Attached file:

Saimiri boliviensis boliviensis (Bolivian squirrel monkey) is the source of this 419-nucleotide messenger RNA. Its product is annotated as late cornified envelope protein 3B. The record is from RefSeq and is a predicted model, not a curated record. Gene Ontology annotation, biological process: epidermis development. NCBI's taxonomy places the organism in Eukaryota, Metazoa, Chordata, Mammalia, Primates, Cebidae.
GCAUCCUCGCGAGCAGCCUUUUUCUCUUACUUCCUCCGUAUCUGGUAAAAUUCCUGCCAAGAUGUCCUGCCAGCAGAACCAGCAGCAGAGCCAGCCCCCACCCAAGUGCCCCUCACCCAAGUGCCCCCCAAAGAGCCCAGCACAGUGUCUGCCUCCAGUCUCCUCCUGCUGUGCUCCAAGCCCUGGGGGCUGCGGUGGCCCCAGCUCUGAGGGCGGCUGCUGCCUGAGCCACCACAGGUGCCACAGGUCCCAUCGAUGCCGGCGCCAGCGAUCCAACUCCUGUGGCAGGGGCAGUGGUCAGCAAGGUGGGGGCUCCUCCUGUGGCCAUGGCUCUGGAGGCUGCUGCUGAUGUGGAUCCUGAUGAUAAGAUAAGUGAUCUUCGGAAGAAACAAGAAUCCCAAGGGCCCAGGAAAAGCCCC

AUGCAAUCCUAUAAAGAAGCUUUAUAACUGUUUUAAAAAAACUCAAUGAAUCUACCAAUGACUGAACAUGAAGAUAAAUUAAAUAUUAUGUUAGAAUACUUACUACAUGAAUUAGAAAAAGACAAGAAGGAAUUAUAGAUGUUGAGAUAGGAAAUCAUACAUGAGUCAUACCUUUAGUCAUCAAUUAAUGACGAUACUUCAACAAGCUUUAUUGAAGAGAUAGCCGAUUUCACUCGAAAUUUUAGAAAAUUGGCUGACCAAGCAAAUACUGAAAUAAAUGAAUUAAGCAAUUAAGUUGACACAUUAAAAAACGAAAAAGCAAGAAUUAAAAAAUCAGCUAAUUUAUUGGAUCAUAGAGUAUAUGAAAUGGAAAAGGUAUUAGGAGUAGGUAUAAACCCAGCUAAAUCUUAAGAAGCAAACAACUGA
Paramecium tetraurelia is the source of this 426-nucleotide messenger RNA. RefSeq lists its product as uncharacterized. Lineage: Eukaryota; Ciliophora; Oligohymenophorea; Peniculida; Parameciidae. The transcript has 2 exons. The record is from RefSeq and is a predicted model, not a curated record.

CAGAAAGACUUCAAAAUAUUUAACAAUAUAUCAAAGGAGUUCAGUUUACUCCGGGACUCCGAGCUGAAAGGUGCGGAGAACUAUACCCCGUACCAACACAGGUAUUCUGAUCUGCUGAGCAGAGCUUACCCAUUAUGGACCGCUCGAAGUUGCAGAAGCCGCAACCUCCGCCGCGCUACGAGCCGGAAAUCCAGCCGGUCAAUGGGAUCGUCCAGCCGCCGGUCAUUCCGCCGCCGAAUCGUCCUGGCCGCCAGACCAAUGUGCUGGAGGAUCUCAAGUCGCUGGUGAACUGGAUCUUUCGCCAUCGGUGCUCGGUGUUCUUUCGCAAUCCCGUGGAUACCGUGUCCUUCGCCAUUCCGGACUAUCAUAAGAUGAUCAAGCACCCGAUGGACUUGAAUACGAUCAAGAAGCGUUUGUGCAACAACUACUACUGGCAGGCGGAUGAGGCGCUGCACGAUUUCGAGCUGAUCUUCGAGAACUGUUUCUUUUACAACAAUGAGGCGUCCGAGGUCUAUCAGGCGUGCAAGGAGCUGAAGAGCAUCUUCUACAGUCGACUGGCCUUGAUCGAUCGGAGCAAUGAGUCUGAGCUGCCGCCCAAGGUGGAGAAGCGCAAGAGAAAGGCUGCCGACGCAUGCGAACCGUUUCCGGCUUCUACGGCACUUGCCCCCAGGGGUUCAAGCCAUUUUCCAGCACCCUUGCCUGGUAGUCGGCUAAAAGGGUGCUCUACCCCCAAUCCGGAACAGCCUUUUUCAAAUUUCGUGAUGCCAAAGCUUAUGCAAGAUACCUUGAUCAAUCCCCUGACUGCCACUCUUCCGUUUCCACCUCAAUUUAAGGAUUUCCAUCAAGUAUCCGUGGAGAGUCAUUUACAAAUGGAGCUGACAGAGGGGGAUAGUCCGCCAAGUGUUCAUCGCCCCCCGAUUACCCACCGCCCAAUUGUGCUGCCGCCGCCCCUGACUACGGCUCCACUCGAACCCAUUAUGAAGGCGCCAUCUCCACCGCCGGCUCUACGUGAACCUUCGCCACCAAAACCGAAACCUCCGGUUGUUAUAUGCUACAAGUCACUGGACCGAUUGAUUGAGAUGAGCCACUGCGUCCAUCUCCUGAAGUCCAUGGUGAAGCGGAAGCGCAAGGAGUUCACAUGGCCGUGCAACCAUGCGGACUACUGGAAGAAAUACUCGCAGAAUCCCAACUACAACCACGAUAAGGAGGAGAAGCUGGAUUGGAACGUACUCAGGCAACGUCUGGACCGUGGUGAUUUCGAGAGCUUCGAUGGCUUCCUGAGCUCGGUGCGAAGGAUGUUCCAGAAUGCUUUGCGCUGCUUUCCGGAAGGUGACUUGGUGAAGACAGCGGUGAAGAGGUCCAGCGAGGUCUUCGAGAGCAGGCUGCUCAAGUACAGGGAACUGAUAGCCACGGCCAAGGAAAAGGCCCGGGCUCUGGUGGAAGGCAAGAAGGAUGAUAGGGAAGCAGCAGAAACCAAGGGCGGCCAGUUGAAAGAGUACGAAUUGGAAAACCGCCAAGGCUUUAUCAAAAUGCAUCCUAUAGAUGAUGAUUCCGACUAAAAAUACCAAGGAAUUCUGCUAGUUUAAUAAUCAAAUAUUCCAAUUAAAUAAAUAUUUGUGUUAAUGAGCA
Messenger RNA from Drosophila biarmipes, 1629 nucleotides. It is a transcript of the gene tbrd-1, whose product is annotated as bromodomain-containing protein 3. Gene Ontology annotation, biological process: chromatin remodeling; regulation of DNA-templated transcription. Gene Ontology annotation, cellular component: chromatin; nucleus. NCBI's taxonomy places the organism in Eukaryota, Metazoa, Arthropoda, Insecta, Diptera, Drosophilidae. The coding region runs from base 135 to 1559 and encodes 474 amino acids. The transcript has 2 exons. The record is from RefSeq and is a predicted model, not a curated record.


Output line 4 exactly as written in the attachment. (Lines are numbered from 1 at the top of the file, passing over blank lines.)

Paramecium tetraurelia is the source of this 426-nucleotide messenger RNA. RefSeq lists its product as uncharacterized. Lineage: Eukaryota; Ciliophora; Oligohymenophorea; Peniculida; Parameciidae. The transcript has 2 exons. The record is from RefSeq and is a predicted model, not a curated record.